What's the most basic way to use Netlify + Jamstack?

Hey all,
I’m looking to build a an app using Jamstack principles and I see all these wonderful templates on the Netlify site. However the choices are endless in terms of what to build or what technology to use. I’m looking to also see if the following is true: I could easily build a static site hitting a public API and satisfy the J-A-M of Jamstack. Are there any templates that really keep things light, or could I use Netlify in a way without committing to a prescribed FE framework, headless CMS, or anything else that Netlify offers up? I guess it depends on what I’d like to be able to build after 4 weeks, but it won’t be anything huge or in-depth. Would love to hear from someone about what’s reasonable to achieve in 4 weeks and how best to use Netlify as a beginner working from scratch. I know you can frankenstein lots of tools together, but what are people’s opinions on the lowest barrier of entry to the Jamstack?

Thanks all!

I think I found at least my own personal pet project for the next 6 months: Netlify-ing my life.

Hi, @tenders64, I want to make it clear that you don’t have to use any static site generator or framework to make a JAMstack site.

You can write your own HTML, CSS, and javascript from scratch and make a JAMstack site. You can then just link to your Git repo and deploy the site code (with no build step).

In that case you are not committed to anything. No javascript library. No frameworks. You are going to create an entire site from scratch including every single line of code required to implement your goal.

While this involves the least commitment it is also probably a lot of work. Do you really want to write you own jquery or graphql libraries from scratch?

For example, while it isn’t completely impossible that I could personally write a better jquery, I consider it very unlikely (“very, very” - probably 6 "very"s total - that is six sigmas of uncertainty) that I actually would write a better library if I attempted to. Again, many people worked hard inventing and polishing that wheel already.

Writing a library isn’t my goal, making a website is. Then again, maybe writing your own libraries is your goal. Someone wrote jquery after all. :smiley:

The reason that people use static site generators (SSGs) is so that they don’t need to reinvent the wheel. The boilerplate code for the site is created for you and you can focus on building site content and behavior instead of writing javascript helper functions that already exist.

My point? You are going to end up committing to something if you want to get the efficiency an SSG and/or javascript framework offers. I recommend spending some time researching what you want to learn so you pick something you enjoy and that will teach you skill you can (hopefully) reuse in the future.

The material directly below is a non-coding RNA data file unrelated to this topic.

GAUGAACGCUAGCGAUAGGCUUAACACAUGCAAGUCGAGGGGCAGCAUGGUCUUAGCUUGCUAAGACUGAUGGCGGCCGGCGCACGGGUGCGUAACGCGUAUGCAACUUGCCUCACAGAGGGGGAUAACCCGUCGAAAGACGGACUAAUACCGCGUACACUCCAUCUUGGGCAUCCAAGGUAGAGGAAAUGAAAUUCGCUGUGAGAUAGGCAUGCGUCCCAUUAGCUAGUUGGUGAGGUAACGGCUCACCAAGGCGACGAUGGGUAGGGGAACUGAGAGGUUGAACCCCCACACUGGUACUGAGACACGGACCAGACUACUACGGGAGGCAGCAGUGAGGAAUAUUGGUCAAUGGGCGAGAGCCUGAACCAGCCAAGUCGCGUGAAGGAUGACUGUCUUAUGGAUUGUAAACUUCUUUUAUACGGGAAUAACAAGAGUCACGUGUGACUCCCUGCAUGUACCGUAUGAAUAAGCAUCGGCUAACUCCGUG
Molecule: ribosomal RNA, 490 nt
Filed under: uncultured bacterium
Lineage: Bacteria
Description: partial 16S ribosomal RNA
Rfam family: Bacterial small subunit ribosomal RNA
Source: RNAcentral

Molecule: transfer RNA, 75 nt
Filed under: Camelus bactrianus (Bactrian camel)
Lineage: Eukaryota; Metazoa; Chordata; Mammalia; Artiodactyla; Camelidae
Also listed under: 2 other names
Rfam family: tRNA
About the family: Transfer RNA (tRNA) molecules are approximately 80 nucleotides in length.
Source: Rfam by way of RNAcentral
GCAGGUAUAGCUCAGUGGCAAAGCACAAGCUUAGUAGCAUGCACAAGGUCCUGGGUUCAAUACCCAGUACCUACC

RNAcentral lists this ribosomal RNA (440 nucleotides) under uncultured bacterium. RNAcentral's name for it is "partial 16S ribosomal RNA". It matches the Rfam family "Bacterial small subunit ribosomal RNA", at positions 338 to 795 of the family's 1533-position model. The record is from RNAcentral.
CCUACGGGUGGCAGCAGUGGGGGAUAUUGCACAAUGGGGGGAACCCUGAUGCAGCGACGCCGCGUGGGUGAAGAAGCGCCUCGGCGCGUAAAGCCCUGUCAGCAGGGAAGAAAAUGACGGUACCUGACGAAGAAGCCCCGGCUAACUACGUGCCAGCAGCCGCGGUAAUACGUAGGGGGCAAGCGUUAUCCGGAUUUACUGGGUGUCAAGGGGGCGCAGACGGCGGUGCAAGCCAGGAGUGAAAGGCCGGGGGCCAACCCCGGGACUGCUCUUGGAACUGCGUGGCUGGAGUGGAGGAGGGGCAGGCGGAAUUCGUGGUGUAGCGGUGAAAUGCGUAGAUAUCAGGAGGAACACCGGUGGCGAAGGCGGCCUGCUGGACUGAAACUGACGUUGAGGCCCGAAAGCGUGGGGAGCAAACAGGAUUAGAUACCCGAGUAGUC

You might want to research the frameworks available a decide which one you want to learn. Maybe Vue or React?

If Vue is interesting to you and a tool you want to keep using in the future then maybe look at Nuxt? Is React more your style? Then maybe Gatsby would suit you.

Maybe you are also working with Ruby. If so, you might enjoy using Jekyll.

Please don’t take those examples as my recommendations for you. I’m only trying to point out that what is best for you is likely going to depend on and overlap with your other interests.

The best lightweight framework for me isn’t going to be the same best lightweight framework for you. If you tell us more about what your interests are, it might help someone recommend something specific to your tastes and skillset. What do you want to learn?

I realize you were asking for answers and I just gave you more questions which is the opposite. This is the best answer I have though: ‘it depends’. :wink:

This is super helpful Luke. I really appreciate your thoughtful and thorough response. It helped me understand a bit more what I’m getting myself into. Sure, I can hack out the HTML, CSS, JS/jQuery from scratch like you said, but I’d utilize Vue+Nuxt as I’ve gotten familiar with Vue and didn’t necessarily know what Nuxt was serving until I read about Netlify and re-read Nuxt and fired up my first application. Dang Nuxt and I’m sure other SSG’s are super nice. It feels like vue create on steroids and like Ruby on Rails scaffolding.

Thanks for the classic response too! It depends. I guess where my next question is going to be is with deploying a Nuxt application. Once I get there I’ll ask here and scour the webs.

Thanks again Luke!